"There are many who believe that almonds require much more water than other plants. That's just nonsense," Diener said. "But there are some who have an interest in blaming farmers for water shortages, and they have chosen to use the almond as a kind of symbol."
The Norwegian newspaper reported that urban Californians were irritated when Gov. Brown's April 1 water conservation restrictions didn't include agriculture.
“Why should they give up their lawns when farmers are growing vegetables, grains and nuts?” the story asks, noting that a significant portion of alfalfa and almonds grown in California are exported to other countries.
Doug Parker, director of the UC ANR California Institute for Water Resources, said that's the wrong way to look at the issue. “So what if it is exported?” Parker said. “We also import plenty of food to California. That's how the global market works.”
It takes nearly four litres of water to produce each solitary almond, the article said (about one gallon). The almond's small size, high retail price and easy-to-understand water needs create a a handy example of purported ag water gluttony for people being asked to conserve.
Almonds have become California's second-most lucrative crop and No. 1 agricultural export, but doesn't deserve "as much of a target as is on its back," said David Doll, UC Agriculture and Natural Resources almond expert. Doll is a farm advisor for UC Cooperative Extension in Merced County.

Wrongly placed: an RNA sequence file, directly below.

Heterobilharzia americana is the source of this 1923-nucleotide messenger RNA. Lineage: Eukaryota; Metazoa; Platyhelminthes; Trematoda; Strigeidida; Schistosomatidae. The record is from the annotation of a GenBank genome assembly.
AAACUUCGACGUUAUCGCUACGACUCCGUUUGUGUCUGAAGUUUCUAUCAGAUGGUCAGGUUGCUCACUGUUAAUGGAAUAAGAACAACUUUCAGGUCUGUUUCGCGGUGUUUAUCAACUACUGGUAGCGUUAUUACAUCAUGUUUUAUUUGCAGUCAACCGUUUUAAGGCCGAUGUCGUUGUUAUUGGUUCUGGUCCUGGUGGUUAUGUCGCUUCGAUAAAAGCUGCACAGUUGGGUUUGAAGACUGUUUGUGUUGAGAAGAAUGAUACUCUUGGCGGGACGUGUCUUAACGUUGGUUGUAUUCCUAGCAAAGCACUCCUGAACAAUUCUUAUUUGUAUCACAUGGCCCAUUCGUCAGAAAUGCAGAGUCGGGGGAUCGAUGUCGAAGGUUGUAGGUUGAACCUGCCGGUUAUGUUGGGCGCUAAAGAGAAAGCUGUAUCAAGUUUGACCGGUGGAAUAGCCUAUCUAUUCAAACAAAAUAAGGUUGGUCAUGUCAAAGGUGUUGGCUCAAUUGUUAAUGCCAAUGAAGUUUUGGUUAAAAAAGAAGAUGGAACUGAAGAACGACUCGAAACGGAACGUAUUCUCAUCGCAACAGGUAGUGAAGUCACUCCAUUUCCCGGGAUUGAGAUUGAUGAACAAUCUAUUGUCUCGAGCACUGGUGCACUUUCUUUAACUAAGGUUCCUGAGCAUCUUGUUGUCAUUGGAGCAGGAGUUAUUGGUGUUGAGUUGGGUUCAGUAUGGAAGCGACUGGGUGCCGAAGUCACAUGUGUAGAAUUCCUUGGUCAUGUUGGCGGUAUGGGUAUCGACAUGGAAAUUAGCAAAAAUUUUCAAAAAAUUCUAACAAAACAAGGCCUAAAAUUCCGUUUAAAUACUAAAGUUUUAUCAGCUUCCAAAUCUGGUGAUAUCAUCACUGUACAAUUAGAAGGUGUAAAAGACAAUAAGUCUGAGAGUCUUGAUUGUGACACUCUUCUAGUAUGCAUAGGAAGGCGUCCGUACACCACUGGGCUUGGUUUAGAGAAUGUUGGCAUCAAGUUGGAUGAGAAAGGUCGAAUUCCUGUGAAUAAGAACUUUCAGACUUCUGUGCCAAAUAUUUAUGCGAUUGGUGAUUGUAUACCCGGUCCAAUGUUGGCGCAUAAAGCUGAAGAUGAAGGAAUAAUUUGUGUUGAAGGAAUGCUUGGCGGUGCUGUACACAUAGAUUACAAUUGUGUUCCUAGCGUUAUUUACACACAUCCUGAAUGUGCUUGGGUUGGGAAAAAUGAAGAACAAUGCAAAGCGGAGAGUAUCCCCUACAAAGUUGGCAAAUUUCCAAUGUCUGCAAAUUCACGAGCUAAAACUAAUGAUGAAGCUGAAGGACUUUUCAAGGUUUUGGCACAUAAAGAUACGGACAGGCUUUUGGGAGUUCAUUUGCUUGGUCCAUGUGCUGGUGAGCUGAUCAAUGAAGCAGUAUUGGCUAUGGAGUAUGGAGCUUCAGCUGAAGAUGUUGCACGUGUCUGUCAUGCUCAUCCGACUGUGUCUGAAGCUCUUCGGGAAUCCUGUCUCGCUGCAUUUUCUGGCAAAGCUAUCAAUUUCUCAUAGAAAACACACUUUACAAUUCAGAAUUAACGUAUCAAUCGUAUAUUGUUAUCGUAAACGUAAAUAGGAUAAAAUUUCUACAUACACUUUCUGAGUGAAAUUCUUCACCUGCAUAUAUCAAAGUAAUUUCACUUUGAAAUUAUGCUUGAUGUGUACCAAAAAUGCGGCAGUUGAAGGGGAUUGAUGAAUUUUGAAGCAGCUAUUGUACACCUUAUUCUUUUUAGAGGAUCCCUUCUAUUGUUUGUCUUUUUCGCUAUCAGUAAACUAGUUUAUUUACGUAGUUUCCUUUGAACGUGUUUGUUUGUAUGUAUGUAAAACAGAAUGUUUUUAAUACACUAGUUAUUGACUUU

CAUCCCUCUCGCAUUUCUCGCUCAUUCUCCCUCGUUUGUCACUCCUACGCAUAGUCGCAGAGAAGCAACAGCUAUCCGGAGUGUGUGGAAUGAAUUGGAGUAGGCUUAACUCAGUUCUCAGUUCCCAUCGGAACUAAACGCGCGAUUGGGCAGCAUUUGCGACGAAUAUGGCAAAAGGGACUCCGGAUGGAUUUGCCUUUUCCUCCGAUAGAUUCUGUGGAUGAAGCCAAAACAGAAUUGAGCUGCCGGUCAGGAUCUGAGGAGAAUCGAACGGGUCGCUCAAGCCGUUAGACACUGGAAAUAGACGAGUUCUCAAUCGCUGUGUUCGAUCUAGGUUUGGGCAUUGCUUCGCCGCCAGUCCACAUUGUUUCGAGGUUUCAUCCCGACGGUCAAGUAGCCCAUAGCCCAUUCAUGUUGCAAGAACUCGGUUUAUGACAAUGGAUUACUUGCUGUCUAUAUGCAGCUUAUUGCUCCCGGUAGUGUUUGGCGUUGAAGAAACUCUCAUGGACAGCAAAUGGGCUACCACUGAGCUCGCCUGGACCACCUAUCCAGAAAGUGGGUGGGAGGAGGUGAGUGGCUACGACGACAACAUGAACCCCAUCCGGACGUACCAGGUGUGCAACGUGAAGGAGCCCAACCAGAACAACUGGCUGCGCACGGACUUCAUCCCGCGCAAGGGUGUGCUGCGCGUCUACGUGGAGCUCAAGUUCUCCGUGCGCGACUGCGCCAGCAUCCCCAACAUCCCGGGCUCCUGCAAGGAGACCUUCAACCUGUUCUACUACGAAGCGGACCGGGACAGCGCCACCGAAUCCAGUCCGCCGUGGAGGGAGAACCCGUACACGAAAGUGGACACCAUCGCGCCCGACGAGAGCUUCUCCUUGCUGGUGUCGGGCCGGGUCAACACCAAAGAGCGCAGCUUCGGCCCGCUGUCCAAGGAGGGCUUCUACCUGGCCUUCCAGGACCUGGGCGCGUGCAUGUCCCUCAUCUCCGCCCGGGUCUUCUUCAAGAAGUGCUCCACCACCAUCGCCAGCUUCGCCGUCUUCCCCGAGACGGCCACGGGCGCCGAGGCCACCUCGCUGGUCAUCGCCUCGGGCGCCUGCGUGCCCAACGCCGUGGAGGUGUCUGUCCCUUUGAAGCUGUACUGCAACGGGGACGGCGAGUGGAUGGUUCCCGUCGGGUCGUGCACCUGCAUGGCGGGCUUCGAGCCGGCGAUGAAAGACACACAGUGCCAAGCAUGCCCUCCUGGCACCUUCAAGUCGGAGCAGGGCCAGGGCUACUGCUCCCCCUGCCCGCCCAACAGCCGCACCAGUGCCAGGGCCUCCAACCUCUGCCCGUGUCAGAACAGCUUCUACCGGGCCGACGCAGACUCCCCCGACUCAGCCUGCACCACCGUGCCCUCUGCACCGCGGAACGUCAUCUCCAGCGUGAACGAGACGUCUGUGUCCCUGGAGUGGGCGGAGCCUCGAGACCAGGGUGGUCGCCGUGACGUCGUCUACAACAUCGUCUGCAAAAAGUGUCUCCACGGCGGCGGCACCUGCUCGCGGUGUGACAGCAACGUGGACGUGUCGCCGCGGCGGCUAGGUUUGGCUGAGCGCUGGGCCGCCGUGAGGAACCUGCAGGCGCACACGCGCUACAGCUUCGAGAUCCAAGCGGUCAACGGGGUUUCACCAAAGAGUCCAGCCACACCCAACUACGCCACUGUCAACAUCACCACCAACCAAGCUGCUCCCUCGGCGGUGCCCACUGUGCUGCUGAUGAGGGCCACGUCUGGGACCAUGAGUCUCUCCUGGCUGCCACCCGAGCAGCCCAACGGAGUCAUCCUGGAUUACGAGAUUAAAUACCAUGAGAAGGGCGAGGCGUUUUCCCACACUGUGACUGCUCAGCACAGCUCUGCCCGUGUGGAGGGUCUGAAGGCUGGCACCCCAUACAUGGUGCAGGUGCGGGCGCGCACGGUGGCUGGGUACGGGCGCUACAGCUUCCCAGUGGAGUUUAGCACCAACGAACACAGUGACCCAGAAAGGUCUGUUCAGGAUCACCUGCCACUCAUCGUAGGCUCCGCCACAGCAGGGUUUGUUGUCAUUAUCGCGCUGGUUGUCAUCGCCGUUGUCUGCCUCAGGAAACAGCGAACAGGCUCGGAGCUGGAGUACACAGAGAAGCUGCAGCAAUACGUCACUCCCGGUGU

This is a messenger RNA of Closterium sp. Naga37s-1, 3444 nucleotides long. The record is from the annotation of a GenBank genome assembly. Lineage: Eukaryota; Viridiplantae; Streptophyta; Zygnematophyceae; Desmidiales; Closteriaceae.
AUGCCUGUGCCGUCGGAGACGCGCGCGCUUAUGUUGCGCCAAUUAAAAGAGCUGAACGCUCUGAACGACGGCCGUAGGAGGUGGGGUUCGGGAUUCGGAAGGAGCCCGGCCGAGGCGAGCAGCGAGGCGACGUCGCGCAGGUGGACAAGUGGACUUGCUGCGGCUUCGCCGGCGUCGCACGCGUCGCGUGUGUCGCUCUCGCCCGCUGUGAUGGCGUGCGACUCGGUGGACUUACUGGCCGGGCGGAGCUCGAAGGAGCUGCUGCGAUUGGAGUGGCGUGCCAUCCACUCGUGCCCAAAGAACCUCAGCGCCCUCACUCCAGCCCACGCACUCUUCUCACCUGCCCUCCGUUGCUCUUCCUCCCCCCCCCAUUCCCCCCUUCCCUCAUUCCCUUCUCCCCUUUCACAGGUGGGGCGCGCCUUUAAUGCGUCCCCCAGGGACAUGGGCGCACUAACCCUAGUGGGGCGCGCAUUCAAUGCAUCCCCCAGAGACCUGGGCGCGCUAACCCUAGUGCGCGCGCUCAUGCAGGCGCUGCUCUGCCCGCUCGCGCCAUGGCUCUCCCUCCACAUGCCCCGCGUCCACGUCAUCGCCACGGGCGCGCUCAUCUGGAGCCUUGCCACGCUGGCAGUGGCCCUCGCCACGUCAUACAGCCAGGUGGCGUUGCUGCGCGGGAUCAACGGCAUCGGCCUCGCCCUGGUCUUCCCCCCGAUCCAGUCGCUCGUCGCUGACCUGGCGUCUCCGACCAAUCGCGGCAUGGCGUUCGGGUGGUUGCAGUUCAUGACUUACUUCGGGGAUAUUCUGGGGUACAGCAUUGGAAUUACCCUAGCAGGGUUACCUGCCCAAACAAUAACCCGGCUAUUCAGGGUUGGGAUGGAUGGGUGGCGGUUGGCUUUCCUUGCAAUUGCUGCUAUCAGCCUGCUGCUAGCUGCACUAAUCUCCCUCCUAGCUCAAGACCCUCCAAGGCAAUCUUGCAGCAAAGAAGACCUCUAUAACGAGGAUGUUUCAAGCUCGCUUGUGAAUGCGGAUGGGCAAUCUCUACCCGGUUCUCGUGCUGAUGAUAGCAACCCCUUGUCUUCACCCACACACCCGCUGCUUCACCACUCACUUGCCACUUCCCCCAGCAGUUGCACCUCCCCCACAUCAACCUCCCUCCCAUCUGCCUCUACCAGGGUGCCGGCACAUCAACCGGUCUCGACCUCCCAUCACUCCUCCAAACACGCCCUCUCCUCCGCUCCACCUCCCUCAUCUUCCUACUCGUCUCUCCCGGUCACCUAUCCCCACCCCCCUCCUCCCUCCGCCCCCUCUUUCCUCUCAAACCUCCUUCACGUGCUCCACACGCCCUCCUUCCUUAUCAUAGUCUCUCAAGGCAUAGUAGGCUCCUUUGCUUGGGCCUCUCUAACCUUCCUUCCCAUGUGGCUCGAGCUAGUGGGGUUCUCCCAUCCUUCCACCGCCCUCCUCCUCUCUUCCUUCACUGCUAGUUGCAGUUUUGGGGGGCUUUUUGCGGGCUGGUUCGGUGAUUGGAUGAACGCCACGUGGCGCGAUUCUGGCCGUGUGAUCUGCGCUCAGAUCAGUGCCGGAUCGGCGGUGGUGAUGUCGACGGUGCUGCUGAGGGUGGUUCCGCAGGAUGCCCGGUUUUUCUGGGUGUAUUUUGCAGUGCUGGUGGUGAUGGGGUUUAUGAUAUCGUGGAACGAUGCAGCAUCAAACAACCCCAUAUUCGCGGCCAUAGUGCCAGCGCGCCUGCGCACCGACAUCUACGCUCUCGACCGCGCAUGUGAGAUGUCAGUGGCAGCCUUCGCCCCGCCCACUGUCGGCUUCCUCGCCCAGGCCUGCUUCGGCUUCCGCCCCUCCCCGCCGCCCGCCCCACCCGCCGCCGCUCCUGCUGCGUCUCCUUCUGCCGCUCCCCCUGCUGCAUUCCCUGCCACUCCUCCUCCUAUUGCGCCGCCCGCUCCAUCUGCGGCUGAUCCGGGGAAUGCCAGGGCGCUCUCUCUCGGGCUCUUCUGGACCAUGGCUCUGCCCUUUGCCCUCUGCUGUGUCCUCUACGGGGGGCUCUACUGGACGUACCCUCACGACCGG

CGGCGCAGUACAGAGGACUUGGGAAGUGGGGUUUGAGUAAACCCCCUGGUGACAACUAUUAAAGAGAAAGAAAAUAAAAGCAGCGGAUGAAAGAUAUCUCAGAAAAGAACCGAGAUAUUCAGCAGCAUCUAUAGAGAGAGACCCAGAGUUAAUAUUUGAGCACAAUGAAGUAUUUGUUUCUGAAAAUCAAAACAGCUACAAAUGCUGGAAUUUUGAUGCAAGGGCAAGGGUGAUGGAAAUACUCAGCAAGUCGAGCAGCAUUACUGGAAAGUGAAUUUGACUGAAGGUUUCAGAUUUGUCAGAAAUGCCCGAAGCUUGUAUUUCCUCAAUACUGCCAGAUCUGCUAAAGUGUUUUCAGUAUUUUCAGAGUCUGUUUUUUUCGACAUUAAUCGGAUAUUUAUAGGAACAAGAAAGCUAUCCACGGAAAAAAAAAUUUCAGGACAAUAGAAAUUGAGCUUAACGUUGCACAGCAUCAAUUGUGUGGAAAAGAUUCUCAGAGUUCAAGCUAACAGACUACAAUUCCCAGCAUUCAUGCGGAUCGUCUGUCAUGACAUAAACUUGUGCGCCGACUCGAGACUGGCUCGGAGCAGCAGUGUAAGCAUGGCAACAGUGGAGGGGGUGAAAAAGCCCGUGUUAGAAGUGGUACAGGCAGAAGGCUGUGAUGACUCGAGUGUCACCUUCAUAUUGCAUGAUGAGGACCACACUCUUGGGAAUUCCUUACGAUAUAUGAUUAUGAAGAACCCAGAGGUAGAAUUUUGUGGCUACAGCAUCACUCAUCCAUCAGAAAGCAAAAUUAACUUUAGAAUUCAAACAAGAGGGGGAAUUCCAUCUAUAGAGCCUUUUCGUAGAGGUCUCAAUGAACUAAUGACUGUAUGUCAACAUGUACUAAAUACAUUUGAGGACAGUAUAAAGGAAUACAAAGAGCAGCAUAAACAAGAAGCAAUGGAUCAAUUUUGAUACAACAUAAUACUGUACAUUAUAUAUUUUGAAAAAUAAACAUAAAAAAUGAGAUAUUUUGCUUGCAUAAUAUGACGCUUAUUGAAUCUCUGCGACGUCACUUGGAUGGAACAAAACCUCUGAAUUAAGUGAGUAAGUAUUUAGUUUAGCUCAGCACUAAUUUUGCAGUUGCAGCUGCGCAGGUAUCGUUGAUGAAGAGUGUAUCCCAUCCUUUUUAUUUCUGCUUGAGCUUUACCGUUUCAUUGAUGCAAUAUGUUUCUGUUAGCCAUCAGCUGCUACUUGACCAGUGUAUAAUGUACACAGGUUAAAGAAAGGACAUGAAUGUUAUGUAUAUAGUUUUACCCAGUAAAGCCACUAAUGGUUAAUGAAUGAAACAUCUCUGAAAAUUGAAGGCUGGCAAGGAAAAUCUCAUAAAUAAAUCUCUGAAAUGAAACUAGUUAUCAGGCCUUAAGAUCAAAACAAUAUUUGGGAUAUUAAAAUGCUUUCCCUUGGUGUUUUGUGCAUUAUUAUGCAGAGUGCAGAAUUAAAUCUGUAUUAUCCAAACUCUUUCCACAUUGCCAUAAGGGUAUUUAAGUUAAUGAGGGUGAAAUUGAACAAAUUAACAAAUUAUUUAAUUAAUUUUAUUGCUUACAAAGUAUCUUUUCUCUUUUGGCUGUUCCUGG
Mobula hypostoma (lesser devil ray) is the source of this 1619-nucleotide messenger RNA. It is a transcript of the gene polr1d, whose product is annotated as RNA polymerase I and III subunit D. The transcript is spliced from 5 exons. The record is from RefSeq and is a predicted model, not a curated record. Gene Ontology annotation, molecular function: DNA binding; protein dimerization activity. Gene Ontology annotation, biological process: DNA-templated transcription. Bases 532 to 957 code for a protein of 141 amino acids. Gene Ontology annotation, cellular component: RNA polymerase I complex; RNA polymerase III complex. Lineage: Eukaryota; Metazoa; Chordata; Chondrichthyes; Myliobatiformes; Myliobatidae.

The industry, he said, has reduced its water use by about 30 percent over the last 30 years. At 0.8 litres of water per calorie produced, the almond is actually more efficient than the average food crop.
And the one gallon of water, Doll said, produces not just the edible almond but a hull and shell that are used as livestock feed, reducing the need for water-consuming corn and alfalfa.
Along the highways and byways of rural California, blossoms are beginning to pop on almond, peach, plum and nectarine trees. California growers have reason to be hopeful, reported Heather Hacking in the Chico Enterprise-Record.
Warm temperatures and sun ensure bees will be out pollinating the crop, rather than holing up in their hives, as they do when temperatures dip below 55 degrees or wind is swifter than 4 to 7 miles per hour.
Hacking spoke to a UC Agriculture and Natural Resources expert about the promising almond pollination season.
"The overlap is very good this year," said Danielle Lightle, UC ANR Cooperative Extension advisor in Glenn County. Overlap means different varieties are in bloom at the same time, which is necessary for almond cross-pollination.
Lightle said Glenn County had enough rain to fill the soil profile with moisture. This year, rainfall totals in the northern part of the state are just under normal. Last year, growers had to pump groundwater in December and January to give the trees the moisture they need during bloom.